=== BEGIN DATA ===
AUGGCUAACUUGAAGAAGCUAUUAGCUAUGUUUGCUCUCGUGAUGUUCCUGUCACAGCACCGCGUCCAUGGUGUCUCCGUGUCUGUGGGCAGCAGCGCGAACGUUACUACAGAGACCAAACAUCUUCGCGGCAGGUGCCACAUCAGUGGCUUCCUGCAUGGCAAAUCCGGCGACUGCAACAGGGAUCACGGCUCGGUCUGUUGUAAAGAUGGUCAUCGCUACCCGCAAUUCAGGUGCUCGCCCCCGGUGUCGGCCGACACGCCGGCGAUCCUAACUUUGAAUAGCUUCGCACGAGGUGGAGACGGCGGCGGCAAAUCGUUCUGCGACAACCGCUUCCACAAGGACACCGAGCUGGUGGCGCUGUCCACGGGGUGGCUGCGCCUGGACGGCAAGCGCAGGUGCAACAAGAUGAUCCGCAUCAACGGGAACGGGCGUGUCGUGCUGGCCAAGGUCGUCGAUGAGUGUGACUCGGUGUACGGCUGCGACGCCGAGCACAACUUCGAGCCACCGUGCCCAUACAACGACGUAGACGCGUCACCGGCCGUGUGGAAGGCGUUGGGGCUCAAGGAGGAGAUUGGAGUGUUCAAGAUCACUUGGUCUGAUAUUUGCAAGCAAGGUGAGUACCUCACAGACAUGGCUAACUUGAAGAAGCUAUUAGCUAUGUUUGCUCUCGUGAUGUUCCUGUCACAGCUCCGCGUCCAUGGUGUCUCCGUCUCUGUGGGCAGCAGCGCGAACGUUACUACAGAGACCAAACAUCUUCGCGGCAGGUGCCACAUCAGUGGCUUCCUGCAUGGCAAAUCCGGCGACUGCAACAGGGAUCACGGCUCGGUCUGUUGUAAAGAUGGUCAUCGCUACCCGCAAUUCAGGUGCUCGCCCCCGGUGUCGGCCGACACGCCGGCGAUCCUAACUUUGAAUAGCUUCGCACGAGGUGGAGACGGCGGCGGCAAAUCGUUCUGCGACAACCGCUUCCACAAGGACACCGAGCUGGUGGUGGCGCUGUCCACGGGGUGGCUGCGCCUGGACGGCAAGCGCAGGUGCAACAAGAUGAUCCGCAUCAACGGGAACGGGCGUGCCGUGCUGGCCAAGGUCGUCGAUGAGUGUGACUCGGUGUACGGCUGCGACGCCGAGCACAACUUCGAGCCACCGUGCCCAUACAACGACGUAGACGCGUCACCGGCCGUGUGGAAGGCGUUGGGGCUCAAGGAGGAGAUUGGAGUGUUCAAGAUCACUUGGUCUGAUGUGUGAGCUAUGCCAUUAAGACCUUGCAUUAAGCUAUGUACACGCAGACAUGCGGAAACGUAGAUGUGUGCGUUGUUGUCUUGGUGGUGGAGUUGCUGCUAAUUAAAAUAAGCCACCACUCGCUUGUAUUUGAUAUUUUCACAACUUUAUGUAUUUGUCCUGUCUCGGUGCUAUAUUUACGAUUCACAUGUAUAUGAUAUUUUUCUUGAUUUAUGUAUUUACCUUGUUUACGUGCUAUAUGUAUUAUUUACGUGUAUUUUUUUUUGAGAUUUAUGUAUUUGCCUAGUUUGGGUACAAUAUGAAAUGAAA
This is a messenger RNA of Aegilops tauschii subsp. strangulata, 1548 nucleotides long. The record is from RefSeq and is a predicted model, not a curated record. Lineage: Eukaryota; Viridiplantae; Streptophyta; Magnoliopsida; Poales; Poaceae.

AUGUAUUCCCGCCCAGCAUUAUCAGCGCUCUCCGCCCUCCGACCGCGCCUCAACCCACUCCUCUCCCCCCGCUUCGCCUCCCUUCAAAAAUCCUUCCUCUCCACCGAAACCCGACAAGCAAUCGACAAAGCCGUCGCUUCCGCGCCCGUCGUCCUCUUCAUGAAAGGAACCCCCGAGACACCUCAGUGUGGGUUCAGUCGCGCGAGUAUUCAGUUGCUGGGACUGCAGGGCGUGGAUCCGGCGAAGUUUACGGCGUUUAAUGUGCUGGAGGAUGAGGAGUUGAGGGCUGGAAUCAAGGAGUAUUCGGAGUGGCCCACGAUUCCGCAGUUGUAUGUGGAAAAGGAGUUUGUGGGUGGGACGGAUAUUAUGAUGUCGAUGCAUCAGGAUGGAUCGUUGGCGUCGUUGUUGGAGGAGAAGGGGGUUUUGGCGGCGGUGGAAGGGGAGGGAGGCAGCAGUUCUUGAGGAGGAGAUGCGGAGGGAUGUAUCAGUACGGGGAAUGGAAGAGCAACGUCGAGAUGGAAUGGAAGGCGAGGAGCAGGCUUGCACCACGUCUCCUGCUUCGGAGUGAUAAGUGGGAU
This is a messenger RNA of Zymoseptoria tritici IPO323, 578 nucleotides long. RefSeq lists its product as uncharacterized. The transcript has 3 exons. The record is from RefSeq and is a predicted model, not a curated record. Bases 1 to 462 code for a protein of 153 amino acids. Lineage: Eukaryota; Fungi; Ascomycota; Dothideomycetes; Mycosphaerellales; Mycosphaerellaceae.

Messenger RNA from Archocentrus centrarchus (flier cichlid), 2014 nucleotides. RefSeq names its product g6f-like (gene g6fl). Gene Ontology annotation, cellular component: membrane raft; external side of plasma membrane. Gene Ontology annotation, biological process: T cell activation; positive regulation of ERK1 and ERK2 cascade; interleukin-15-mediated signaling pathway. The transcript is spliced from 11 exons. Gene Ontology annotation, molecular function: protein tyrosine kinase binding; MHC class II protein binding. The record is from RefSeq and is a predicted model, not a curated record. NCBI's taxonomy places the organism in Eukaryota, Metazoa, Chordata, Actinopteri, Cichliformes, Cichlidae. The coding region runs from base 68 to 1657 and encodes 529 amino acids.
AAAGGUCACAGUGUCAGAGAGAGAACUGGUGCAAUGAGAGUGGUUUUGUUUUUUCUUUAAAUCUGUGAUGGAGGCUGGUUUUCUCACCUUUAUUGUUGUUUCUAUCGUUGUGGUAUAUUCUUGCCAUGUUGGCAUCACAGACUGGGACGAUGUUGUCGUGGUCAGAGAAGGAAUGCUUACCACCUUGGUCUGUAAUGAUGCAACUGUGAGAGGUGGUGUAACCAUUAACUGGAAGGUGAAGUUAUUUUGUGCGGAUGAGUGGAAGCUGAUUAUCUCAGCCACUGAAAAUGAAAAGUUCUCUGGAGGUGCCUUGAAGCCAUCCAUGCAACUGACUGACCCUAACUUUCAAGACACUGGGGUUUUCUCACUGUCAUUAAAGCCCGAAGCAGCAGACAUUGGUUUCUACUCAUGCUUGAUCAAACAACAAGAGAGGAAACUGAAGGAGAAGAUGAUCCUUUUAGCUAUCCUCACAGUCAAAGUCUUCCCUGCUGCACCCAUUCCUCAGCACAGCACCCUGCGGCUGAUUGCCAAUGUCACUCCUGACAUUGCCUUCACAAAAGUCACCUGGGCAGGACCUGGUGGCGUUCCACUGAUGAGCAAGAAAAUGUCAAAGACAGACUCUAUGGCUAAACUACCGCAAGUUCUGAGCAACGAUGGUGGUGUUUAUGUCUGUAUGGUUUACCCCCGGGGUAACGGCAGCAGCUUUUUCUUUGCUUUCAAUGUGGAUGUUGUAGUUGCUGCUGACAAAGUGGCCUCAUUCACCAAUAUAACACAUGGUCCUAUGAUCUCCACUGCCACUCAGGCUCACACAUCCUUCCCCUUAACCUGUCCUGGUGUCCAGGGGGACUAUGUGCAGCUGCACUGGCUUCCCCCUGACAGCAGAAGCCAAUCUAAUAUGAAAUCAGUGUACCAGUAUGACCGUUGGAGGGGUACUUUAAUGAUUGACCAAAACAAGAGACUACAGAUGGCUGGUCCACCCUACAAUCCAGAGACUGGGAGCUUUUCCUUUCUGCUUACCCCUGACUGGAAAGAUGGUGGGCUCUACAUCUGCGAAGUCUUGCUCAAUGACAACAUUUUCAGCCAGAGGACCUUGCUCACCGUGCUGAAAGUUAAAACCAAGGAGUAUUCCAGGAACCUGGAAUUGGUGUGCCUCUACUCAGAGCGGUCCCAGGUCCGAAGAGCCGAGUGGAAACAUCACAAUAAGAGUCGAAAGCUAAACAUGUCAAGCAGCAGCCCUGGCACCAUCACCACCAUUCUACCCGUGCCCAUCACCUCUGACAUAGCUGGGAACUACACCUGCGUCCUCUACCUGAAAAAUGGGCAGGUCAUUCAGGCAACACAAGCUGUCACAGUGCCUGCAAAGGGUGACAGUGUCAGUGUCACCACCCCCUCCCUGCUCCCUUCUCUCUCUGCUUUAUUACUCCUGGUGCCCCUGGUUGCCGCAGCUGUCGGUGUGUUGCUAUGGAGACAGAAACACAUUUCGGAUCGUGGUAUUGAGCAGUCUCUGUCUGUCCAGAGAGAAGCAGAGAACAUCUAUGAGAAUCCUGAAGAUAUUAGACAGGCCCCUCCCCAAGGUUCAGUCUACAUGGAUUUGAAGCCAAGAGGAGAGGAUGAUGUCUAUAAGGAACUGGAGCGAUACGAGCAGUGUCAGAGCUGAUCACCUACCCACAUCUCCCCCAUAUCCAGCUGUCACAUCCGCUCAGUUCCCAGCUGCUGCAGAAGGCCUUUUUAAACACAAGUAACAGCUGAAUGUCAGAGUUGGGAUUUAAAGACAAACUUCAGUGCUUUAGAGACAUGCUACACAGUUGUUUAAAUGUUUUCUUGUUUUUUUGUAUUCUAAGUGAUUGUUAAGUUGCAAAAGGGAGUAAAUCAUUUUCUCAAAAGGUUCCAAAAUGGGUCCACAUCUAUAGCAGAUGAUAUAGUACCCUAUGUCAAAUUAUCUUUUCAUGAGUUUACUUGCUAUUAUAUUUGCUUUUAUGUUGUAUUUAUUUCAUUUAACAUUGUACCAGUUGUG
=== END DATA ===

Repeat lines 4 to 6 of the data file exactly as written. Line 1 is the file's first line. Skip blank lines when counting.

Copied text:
This is a messenger RNA of Zymoseptoria tritici IPO323, 578 nucleotides long. RefSeq lists its product as uncharacterized. The transcript has 3 exons. The record is from RefSeq and is a predicted model, not a curated record. Bases 1 to 462 code for a protein of 153 amino acids. Lineage: Eukaryota; Fungi; Ascomycota; Dothideomycetes; Mycosphaerellales; Mycosphaerellaceae.

Messenger RNA from Archocentrus centrarchus (flier cichlid), 2014 nucleotides. RefSeq names its product g6f-like (gene g6fl). Gene Ontology annotation, cellular component: membrane raft; external side of plasma membrane. Gene Ontology annotation, biological process: T cell activation; positive regulation of ERK1 and ERK2 cascade; interleukin-15-mediated signaling pathway. The transcript is spliced from 11 exons. Gene Ontology annotation, molecular function: protein tyrosine kinase binding; MHC class II protein binding. The record is from RefSeq and is a predicted model, not a curated record. NCBI's taxonomy places the organism in Eukaryota, Metazoa, Chordata, Actinopteri, Cichliformes, Cichlidae. The coding region runs from base 68 to 1657 and encodes 529 amino acids.
AAAGGUCACAGUGUCAGAGAGAGAACUGGUGCAAUGAGAGUGGUUUUGUUUUUUCUUUAAAUCUGUGAUGGAGGCUGGUUUUCUCACCUUUAUUGUUGUUUCUAUCGUUGUGGUAUAUUCUUGCCAUGUUGGCAUCACAGACUGGGACGAUGUUGUCGUGGUCAGAGAAGGAAUGCUUACCACCUUGGUCUGUAAUGAUGCAACUGUGAGAGGUGGUGUAACCAUUAACUGGAAGGUGAAGUUAUUUUGUGCGGAUGAGUGGAAGCUGAUUAUCUCAGCCACUGAAAAUGAAAAGUUCUCUGGAGGUGCCUUGAAGCCAUCCAUGCAACUGACUGACCCUAACUUUCAAGACACUGGGGUUUUCUCACUGUCAUUAAAGCCCGAAGCAGCAGACAUUGGUUUCUACUCAUGCUUGAUCAAACAACAAGAGAGGAAACUGAAGGAGAAGAUGAUCCUUUUAGCUAUCCUCACAGUCAAAGUCUUCCCUGCUGCACCCAUUCCUCAGCACAGCACCCUGCGGCUGAUUGCCAAUGUCACUCCUGACAUUGCCUUCACAAAAGUCACCUGGGCAGGACCUGGUGGCGUUCCACUGAUGAGCAAGAAAAUGUCAAAGACAGACUCUAUGGCUAAACUACCGCAAGUUCUGAGCAACGAUGGUGGUGUUUAUGUCUGUAUGGUUUACCCCCGGGGUAACGGCAGCAGCUUUUUCUUUGCUUUCAAUGUGGAUGUUGUAGUUGCUGCUGACAAAGUGGCCUCAUUCACCAAUAUAACACAUGGUCCUAUGAUCUCCACUGCCACUCAGGCUCACACAUCCUUCCCCUUAACCUGUCCUGGUGUCCAGGGGGACUAUGUGCAGCUGCACUGGCUUCCCCCUGACAGCAGAAGCCAAUCUAAUAUGAAAUCAGUGUACCAGUAUGACCGUUGGAGGGGUACUUUAAUGAUUGACCAAAACAAGAGACUACAGAUGGCUGGUCCACCCUACAAUCCAGAGACUGGGAGCUUUUCCUUUCUGCUUACCCCUGACUGGAAAGAUGGUGGGCUCUACAUCUGCGAAGUCUUGCUCAAUGACAACAUUUUCAGCCAGAGGACCUUGCUCACCGUGCUGAAAGUUAAAACCAAGGAGUAUUCCAGGAACCUGGAAUUGGUGUGCCUCUACUCAGAGCGGUCCCAGGUCCGAAGAGCCGAGUGGAAACAUCACAAUAAGAGUCGAAAGCUAAACAUGUCAAGCAGCAGCCCUGGCACCAUCACCACCAUUCUACCCGUGCCCAUCACCUCUGACAUAGCUGGGAACUACACCUGCGUCCUCUACCUGAAAAAUGGGCAGGUCAUUCAGGCAACACAAGCUGUCACAGUGCCUGCAAAGGGUGACAGUGUCAGUGUCACCACCCCCUCCCUGCUCCCUUCUCUCUCUGCUUUAUUACUCCUGGUGCCCCUGGUUGCCGCAGCUGUCGGUGUGUUGCUAUGGAGACAGAAACACAUUUCGGAUCGUGGUAUUGAGCAGUCUCUGUCUGUCCAGAGAGAAGCAGAGAACAUCUAUGAGAAUCCUGAAGAUAUUAGACAGGCCCCUCCCCAAGGUUCAGUCUACAUGGAUUUGAAGCCAAGAGGAGAGGAUGAUGUCUAUAAGGAACUGGAGCGAUACGAGCAGUGUCAGAGCUGAUCACCUACCCACAUCUCCCCCAUAUCCAGCUGUCACAUCCGCUCAGUUCCCAGCUGCUGCAGAAGGCCUUUUUAAACACAAGUAACAGCUGAAUGUCAGAGUUGGGAUUUAAAGACAAACUUCAGUGCUUUAGAGACAUGCUACACAGUUGUUUAAAUGUUUUCUUGUUUUUUUGUAUUCUAAGUGAUUGUUAAGUUGCAAAAGGGAGUAAAUCAUUUUCUCAAAAGGUUCCAAAAUGGGUCCACAUCUAUAGCAGAUGAUAUAGUACCCUAUGUCAAAUUAUCUUUUCAUGAGUUUACUUGCUAUUAUAUUUGCUUUUAUGUUGUAUUUAUUUCAUUUAACAUUGUACCAGUUGUG